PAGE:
Bordeaux 2006: Hard Work, Hard Sell

The 2006 harvest in Bordeaux will require a significant drop in prices.


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The 2006 harvest has not been easy, and selling it will require a significant drop in prices.

Winemakers in Bordeaux are breathing sighs of relief now that the 2006 harvest is finally in, and vinifying in concrete, metal or wooden vats.

"It's been a difficult harvest, because of the rain and warm weather causing rot, mildew and odium fungus," said a winemaker in St Emilion who did not wish to be named.

"July was one of the warmest since 1950, August was one of the coldest for 20 years. It¹s been crazy," he said. "The first half of September was sunny, then it rained, and because of the rot some risked harvesting too early. Others waited and then had to do lots of sorting. We had three times the number of sorting tables this year," said the source.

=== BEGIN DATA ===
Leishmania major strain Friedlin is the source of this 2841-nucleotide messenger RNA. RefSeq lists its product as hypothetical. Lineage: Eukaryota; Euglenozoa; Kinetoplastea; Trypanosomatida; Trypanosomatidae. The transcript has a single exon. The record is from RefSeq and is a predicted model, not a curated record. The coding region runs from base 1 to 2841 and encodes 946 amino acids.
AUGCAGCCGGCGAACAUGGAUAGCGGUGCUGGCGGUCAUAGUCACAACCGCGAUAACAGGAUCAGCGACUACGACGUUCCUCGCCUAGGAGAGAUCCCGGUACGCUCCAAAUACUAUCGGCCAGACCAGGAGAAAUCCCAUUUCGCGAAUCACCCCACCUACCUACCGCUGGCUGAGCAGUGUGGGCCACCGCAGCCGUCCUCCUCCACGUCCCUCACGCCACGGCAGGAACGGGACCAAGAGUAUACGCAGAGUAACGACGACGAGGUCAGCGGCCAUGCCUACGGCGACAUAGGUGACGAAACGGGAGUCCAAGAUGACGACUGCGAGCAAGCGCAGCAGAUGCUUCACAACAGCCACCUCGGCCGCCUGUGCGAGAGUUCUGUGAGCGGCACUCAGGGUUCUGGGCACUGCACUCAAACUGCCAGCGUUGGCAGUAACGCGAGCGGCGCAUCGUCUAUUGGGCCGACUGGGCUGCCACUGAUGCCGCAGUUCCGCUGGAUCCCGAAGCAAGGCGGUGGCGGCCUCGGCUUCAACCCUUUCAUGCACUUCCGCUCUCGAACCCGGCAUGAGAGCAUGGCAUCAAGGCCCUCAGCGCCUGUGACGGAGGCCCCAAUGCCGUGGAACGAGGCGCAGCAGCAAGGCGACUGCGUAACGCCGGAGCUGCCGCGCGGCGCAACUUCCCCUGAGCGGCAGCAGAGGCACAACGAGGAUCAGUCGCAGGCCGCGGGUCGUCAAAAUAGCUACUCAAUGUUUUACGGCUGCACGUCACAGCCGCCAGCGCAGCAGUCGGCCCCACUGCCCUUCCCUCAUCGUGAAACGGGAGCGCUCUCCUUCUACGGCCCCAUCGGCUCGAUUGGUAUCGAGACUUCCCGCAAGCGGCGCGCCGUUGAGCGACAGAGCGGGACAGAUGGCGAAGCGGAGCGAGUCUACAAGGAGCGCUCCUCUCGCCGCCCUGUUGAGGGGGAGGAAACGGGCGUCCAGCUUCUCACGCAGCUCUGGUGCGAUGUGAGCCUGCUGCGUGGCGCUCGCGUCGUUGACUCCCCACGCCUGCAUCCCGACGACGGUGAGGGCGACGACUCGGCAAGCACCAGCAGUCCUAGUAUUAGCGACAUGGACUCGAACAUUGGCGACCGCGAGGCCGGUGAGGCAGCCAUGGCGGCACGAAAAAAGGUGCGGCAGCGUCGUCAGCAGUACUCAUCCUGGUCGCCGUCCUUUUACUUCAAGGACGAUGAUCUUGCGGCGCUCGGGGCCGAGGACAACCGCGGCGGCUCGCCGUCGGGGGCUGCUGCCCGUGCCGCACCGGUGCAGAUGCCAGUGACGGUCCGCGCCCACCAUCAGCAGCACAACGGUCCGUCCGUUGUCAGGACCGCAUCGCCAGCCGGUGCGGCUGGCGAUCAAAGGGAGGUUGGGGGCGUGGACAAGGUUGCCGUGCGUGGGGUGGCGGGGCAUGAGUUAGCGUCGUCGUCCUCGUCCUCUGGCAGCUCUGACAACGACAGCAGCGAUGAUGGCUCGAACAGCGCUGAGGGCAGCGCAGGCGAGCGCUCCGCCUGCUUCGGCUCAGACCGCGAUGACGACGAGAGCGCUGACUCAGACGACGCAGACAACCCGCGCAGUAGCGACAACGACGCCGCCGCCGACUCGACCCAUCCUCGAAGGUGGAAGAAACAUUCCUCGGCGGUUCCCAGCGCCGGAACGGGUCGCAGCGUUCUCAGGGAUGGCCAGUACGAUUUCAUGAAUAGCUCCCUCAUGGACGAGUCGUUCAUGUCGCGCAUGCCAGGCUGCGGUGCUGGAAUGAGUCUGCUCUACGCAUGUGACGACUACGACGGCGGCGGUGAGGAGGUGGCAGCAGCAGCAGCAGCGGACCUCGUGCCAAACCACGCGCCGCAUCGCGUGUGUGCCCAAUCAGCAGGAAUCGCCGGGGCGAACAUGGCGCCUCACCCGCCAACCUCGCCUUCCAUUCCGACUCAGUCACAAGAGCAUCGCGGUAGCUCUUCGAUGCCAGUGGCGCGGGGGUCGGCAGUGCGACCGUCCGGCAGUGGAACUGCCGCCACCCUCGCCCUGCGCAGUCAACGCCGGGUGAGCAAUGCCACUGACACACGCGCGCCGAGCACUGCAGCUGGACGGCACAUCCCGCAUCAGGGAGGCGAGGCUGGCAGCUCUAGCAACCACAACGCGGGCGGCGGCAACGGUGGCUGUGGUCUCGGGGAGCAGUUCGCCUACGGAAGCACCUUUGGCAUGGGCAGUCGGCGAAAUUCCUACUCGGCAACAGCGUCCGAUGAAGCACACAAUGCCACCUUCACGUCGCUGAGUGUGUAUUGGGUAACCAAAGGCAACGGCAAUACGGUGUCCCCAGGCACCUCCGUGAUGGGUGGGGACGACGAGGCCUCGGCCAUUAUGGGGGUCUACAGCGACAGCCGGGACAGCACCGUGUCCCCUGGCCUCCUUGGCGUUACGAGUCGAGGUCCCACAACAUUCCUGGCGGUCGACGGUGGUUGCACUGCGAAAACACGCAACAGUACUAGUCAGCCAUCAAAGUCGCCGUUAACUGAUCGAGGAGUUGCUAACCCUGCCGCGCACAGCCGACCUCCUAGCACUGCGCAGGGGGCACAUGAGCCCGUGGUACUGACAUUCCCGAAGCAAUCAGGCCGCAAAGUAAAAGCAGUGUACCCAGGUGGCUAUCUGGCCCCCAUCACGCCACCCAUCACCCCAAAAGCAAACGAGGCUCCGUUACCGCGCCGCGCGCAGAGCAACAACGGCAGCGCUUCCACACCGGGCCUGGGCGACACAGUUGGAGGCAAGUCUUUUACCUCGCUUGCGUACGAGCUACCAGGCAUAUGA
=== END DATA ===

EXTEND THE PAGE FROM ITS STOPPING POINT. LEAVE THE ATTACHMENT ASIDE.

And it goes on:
The Bordeaux Wine Council (Conseil Interprofessionnel du vin de Bordeaux) put it more tactfully, saying in its vintage report, that "painstaking work in vineyards and cellars, together with winegrowers' technical expertise, made it possible to surmount difficulties encountered during the vintage."

The CIVB says 2006 has produced classic wines with good aging potential, however many in Bordeaux fear 2006 will

 

The 2006 harvest. Photo credit: Bordeaux Wine Council.

be of uneven quality.

Bordeaux wine merchants (negoçiants) were in some ways already prepared for a hard sell in 2006, given locally accepted wisdom that the Americans and Robert Parker never buy, or give good marks, two years in a row.

"Selling 2006 will be difficult," said Jean-Christophe Mau, winemaker and negoçiant. "The Bordelais will have to be reasonable with prices, but I doubt they will be reasonable enough. To sell prices will have to be lower than 2004," he said. Given that the average price increase for the 2005 vintage, on 2004, was put at 59% by Bordeaux negociants, 2006 prices would need to come down by 60% plus on 2005.

Mau added that the superb 2005 vintage had only disguised Bordeaux's current over production problems, not solved them.

Sophie Kevany is a journalist based in Bordeaux, covering the wine industry. She lived and worked in Ireland, Norway and South Africa, prior to moving to Bordeaux.


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